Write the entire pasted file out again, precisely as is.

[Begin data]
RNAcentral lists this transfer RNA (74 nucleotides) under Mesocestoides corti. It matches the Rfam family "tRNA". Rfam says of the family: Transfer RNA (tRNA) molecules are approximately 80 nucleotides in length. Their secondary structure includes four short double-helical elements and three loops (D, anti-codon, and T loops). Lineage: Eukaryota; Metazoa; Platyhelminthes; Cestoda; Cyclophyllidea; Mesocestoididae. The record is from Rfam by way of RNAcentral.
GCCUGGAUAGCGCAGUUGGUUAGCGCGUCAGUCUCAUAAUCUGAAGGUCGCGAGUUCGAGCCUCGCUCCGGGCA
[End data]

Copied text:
RNAcentral lists this transfer RNA (74 nucleotides) under Mesocestoides corti. It matches the Rfam family "tRNA". Rfam says of the family: Transfer RNA (tRNA) molecules are approximately 80 nucleotides in length. Their secondary structure includes four short double-helical elements and three loops (D, anti-codon, and T loops). Lineage: Eukaryota; Metazoa; Platyhelminthes; Cestoda; Cyclophyllidea; Mesocestoididae. The record is from Rfam by way of RNAcentral.
GCCUGGAUAGCGCAGUUGGUUAGCGCGUCAGUCUCAUAAUCUGAAGGUCGCGAGUUCGAGCCUCGCUCCGGGCA